While it is far from being official, it looks pretty clear that the Biden Administration’s plan is to reschedule marijuana as a Schedule III controlled substance in the ranks of steroids and ketamine. While that will be a mostly good sign for many businesses dealing with heightened Schedule I related taxes, there are also lots of negative reactions to the potential move, and they come from all sides of the debate.
Most recently, 14 Republican congressmen and women signed a letter to the DEA asking them not to reschedule marijuana and keep it where it is. Rescheduling “should be based on proven facts and science—not popular opinion, changes in state laws, or the preferred policy of an administration,” according to the lawmakers.
— Jim Risch (@SenatorRisch) September 12, 2023
They point to a study from the National Institute on Drug Abuse that shows potential dangers of higher THC products and a rise in Cannabis Use Disorder.
On the other hand, we have marijuana advocates who feel that rescheduling wouldn’t be going far enough.
Paul Armentano, the Deputy Director for NORML, spoke to Marijuana Moment from this point of view.
“The goal of federal cannabis policy reform ought to be to address the existing, untenable chasm between federal marijuana policy and the cannabis laws of the majority of U.S. states. Rescheduling the cannabis plant to Schedule III of the US Controlled Substances Act fails to adequately address this conflict, as existing state legalization laws—both adult use and medical—will continue to be in conflict with federal regulations, thereby perpetuating the existing divide between state and federal marijuana policies,” Armentano said.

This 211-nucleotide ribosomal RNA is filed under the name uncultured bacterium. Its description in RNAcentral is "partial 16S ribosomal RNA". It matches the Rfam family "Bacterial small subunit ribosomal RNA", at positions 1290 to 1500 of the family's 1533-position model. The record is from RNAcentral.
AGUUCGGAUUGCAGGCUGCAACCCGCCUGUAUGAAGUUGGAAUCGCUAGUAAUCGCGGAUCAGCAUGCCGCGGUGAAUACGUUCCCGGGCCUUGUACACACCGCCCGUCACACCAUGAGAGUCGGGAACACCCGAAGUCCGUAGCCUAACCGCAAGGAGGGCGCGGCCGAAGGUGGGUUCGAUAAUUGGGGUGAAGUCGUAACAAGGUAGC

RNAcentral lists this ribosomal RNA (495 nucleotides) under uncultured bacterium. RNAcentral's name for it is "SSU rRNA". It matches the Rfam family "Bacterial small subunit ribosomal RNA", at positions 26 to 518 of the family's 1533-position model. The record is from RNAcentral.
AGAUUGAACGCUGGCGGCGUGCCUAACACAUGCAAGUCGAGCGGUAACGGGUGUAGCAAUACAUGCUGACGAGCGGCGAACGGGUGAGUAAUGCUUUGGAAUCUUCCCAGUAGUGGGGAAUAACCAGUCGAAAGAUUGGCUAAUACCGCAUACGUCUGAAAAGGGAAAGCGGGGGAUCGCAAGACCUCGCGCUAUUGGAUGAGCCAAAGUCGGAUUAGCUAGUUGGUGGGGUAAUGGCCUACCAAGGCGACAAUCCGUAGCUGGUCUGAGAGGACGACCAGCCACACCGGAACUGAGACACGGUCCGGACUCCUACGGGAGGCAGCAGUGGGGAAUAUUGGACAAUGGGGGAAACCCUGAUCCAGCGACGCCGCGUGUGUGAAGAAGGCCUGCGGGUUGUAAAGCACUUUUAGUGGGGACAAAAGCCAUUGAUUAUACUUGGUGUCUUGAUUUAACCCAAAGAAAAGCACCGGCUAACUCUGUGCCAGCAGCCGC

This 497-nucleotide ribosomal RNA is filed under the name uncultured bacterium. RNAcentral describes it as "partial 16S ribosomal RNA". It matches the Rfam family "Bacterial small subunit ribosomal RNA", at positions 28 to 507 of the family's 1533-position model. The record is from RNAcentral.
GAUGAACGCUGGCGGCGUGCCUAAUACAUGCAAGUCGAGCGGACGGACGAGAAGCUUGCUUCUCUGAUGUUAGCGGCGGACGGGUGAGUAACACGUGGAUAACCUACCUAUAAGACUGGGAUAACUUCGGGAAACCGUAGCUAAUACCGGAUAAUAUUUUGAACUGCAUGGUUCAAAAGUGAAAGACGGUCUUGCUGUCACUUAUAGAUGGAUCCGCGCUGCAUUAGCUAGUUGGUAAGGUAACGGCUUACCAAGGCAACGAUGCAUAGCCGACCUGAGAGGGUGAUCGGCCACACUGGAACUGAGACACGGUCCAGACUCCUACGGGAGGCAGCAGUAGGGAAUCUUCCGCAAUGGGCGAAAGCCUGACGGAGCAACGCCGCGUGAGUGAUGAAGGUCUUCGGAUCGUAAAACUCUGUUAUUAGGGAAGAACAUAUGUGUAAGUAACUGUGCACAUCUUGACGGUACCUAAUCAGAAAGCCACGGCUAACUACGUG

This sentiment is echoed from many other voices, including Justin Strekal from BOWL PAC, Karin O’Keefe from the Marijuana Policy Project, and Cat Packer from the Drug Policy Alliance.
Then, finally, you get the voices who approve of this direction, which mainly come from the Democratic establishment. Chuck Schumer, for instance, is a happy customer.
HHS has done the right thing
DEA should now follow through on this important step to greatly reduce the harm caused by draconian marijuana laws
There is still much more that needs to be done legislatively to end the federal prohibition on cannabis and roll back the War on Drugs https://t.co/PT9KQ7LcXd
— Chuck Schumer (@SenSchumer) August 30, 2023
It’s unclear when the rescheduling will take place, but most likely the administration is waiting for the most politically salient moment to make it happen. Whenever it does, many people (still a majority of states) will have a noticeable change in the way marijuana is dealt with in their state. Despite the rather mixed reviews of this move, Biden will no doubt score some much needed political points if marijuana soon becomes a Schedule III controlled substance.